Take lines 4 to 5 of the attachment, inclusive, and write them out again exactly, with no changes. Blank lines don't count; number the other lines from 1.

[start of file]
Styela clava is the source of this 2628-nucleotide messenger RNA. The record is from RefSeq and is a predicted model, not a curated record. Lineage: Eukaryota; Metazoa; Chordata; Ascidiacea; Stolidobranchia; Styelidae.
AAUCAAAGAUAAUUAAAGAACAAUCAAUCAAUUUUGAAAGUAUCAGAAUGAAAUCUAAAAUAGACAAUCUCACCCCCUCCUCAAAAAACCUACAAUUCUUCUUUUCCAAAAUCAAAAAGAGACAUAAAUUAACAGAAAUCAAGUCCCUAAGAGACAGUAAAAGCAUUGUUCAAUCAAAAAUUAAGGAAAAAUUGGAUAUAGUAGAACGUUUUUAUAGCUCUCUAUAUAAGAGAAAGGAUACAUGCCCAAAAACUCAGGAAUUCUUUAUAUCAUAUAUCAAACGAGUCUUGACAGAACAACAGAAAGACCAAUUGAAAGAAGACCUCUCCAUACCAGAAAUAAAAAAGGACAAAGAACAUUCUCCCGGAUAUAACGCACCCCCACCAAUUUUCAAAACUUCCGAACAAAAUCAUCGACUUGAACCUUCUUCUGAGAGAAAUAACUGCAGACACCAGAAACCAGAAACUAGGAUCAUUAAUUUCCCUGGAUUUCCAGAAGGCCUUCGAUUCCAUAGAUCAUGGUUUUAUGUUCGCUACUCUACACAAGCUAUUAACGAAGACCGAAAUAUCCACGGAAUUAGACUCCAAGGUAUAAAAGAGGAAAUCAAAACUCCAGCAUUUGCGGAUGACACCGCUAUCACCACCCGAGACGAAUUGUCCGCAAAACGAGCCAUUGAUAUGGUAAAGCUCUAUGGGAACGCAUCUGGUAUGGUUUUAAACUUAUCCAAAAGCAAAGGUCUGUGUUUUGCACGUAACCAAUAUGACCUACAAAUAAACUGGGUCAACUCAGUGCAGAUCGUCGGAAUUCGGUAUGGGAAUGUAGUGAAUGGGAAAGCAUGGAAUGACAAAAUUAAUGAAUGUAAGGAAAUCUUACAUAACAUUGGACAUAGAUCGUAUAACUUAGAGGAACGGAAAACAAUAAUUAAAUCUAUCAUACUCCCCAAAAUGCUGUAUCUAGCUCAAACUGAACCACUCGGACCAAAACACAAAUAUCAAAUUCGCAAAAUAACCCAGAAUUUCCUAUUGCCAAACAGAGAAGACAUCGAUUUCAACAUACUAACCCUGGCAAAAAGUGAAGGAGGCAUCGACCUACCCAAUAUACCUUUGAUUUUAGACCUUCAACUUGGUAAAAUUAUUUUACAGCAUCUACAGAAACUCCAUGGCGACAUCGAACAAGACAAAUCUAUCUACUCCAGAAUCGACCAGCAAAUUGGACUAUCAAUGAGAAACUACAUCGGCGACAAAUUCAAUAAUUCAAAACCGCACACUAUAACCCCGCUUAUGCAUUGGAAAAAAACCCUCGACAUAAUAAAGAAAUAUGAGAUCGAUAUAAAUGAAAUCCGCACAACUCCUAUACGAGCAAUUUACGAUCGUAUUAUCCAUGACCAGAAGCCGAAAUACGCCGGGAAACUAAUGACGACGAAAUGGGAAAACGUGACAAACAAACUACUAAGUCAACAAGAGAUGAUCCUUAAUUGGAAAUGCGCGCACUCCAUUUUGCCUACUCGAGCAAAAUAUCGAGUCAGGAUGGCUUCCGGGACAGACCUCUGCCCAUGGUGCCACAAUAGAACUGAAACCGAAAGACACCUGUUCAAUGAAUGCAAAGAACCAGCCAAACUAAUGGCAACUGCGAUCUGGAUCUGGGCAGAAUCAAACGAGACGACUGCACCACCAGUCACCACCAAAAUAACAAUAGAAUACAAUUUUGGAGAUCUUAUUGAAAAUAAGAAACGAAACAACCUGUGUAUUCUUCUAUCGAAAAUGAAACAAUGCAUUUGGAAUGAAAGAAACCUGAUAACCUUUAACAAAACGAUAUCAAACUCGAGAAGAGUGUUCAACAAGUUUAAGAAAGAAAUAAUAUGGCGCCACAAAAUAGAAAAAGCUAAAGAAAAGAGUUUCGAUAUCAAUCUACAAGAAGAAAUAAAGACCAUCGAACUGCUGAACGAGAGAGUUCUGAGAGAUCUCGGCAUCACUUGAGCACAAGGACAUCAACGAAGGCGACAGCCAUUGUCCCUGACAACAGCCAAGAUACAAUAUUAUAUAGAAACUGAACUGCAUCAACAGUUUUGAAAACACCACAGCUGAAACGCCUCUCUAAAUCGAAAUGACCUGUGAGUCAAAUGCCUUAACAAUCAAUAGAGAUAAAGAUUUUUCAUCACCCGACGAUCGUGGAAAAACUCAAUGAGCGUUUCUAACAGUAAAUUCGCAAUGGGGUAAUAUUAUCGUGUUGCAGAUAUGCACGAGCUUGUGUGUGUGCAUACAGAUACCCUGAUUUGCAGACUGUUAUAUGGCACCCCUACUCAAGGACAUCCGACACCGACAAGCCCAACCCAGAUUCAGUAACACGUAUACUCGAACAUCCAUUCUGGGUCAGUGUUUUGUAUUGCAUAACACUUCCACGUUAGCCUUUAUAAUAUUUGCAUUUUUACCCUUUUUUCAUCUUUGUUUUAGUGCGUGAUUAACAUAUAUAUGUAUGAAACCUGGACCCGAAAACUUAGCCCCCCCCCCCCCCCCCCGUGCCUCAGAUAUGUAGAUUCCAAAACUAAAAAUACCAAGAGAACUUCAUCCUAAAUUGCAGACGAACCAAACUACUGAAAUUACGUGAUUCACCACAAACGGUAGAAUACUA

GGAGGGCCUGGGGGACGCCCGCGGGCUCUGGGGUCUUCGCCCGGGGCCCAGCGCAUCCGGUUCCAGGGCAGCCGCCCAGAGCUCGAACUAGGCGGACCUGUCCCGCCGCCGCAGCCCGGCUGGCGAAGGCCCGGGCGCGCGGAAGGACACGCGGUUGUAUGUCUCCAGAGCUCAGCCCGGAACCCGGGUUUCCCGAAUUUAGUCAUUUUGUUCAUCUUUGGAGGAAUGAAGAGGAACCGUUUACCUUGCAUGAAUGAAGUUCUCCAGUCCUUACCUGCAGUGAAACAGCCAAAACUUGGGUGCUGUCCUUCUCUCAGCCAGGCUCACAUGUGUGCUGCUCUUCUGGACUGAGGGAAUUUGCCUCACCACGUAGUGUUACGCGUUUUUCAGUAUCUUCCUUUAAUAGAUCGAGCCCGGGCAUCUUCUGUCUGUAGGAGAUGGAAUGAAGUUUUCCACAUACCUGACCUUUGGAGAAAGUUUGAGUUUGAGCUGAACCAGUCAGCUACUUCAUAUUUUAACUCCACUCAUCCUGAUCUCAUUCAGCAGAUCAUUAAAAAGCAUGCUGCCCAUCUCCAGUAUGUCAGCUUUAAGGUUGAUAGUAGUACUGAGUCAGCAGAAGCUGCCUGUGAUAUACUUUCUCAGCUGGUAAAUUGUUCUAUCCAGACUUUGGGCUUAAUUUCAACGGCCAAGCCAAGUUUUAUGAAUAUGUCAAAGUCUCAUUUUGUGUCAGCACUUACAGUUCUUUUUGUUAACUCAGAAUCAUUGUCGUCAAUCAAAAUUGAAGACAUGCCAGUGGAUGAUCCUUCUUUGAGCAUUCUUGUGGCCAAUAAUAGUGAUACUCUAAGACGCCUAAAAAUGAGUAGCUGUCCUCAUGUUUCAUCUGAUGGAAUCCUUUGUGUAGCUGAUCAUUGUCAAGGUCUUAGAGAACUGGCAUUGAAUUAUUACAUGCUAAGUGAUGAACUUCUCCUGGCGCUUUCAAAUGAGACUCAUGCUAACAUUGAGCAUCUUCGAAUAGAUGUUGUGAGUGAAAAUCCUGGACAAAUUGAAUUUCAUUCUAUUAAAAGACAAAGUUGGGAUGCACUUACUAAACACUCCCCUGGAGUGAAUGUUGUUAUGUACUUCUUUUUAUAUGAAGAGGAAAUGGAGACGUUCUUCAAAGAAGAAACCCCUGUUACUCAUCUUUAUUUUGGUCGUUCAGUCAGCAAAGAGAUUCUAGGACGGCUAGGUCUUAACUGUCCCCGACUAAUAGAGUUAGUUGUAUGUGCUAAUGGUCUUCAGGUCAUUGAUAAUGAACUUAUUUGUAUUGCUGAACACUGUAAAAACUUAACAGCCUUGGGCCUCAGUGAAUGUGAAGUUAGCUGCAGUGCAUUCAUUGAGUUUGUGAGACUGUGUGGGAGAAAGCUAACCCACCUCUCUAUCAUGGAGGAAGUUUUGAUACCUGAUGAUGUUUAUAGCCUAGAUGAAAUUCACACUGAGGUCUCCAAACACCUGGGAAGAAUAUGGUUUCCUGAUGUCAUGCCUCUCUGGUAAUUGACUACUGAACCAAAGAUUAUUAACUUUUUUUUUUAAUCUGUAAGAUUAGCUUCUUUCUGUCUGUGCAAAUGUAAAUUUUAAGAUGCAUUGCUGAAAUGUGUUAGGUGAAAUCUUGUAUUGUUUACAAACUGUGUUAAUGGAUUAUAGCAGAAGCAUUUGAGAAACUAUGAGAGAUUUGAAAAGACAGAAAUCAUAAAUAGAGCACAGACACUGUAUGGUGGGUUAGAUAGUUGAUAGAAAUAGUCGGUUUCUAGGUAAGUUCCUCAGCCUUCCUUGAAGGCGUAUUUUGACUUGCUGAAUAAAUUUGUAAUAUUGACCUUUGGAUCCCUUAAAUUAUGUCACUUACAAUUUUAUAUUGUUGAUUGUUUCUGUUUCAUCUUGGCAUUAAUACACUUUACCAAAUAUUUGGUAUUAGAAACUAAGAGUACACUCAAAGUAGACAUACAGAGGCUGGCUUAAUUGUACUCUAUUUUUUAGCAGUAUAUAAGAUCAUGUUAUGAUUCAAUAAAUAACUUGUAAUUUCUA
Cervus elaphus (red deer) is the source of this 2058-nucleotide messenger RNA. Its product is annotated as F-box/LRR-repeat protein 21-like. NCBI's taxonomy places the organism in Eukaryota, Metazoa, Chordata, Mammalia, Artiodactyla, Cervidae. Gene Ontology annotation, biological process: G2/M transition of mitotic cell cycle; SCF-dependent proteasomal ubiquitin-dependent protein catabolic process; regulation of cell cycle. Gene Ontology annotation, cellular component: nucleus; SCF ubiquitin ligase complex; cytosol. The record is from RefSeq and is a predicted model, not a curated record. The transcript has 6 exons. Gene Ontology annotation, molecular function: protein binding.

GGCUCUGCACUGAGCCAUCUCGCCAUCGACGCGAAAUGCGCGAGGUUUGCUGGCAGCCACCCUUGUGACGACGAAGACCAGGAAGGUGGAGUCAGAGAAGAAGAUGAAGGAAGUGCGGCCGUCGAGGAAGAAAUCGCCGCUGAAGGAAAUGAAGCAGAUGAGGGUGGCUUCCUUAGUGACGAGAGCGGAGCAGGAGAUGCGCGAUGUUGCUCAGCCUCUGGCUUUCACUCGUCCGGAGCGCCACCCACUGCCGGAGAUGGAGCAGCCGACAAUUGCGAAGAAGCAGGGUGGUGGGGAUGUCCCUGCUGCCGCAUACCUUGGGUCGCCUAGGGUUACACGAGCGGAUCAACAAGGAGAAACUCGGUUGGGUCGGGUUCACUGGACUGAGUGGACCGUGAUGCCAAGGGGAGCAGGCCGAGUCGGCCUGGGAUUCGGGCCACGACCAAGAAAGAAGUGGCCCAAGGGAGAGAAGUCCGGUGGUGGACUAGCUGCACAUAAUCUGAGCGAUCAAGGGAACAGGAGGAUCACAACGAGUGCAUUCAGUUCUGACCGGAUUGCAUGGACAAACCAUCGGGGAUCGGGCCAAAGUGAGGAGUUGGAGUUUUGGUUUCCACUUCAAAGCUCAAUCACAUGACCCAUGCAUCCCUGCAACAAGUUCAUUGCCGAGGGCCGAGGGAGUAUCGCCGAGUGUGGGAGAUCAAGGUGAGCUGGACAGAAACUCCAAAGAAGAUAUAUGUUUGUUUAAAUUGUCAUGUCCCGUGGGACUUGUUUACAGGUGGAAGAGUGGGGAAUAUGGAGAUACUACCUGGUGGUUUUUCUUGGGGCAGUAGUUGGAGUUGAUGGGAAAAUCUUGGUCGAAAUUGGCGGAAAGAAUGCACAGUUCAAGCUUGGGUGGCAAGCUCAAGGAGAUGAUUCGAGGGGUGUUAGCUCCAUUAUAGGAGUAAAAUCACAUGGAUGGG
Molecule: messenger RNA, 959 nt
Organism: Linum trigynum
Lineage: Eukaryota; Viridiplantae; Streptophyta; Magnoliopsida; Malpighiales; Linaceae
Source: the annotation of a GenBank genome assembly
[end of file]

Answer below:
Cervus elaphus (red deer) is the source of this 2058-nucleotide messenger RNA. Its product is annotated as F-box/LRR-repeat protein 21-like. NCBI's taxonomy places the organism in Eukaryota, Metazoa, Chordata, Mammalia, Artiodactyla, Cervidae. Gene Ontology annotation, biological process: G2/M transition of mitotic cell cycle; SCF-dependent proteasomal ubiquitin-dependent protein catabolic process; regulation of cell cycle. Gene Ontology annotation, cellular component: nucleus; SCF ubiquitin ligase complex; cytosol. The record is from RefSeq and is a predicted model, not a curated record. The transcript has 6 exons. Gene Ontology annotation, molecular function: protein binding.

GGCUCUGCACUGAGCCAUCUCGCCAUCGACGCGAAAUGCGCGAGGUUUGCUGGCAGCCACCCUUGUGACGACGAAGACCAGGAAGGUGGAGUCAGAGAAGAAGAUGAAGGAAGUGCGGCCGUCGAGGAAGAAAUCGCCGCUGAAGGAAAUGAAGCAGAUGAGGGUGGCUUCCUUAGUGACGAGAGCGGAGCAGGAGAUGCGCGAUGUUGCUCAGCCUCUGGCUUUCACUCGUCCGGAGCGCCACCCACUGCCGGAGAUGGAGCAGCCGACAAUUGCGAAGAAGCAGGGUGGUGGGGAUGUCCCUGCUGCCGCAUACCUUGGGUCGCCUAGGGUUACACGAGCGGAUCAACAAGGAGAAACUCGGUUGGGUCGGGUUCACUGGACUGAGUGGACCGUGAUGCCAAGGGGAGCAGGCCGAGUCGGCCUGGGAUUCGGGCCACGACCAAGAAAGAAGUGGCCCAAGGGAGAGAAGUCCGGUGGUGGACUAGCUGCACAUAAUCUGAGCGAUCAAGGGAACAGGAGGAUCACAACGAGUGCAUUCAGUUCUGACCGGAUUGCAUGGACAAACCAUCGGGGAUCGGGCCAAAGUGAGGAGUUGGAGUUUUGGUUUCCACUUCAAAGCUCAAUCACAUGACCCAUGCAUCCCUGCAACAAGUUCAUUGCCGAGGGCCGAGGGAGUAUCGCCGAGUGUGGGAGAUCAAGGUGAGCUGGACAGAAACUCCAAAGAAGAUAUAUGUUUGUUUAAAUUGUCAUGUCCCGUGGGACUUGUUUACAGGUGGAAGAGUGGGGAAUAUGGAGAUACUACCUGGUGGUUUUUCUUGGGGCAGUAGUUGGAGUUGAUGGGAAAAUCUUGGUCGAAAUUGGCGGAAAGAAUGCACAGUUCAAGCUUGGGUGGCAAGCUCAAGGAGAUGAUUCGAGGGGUGUUAGCUCCAUUAUAGGAGUAAAAUCACAUGGAUGGG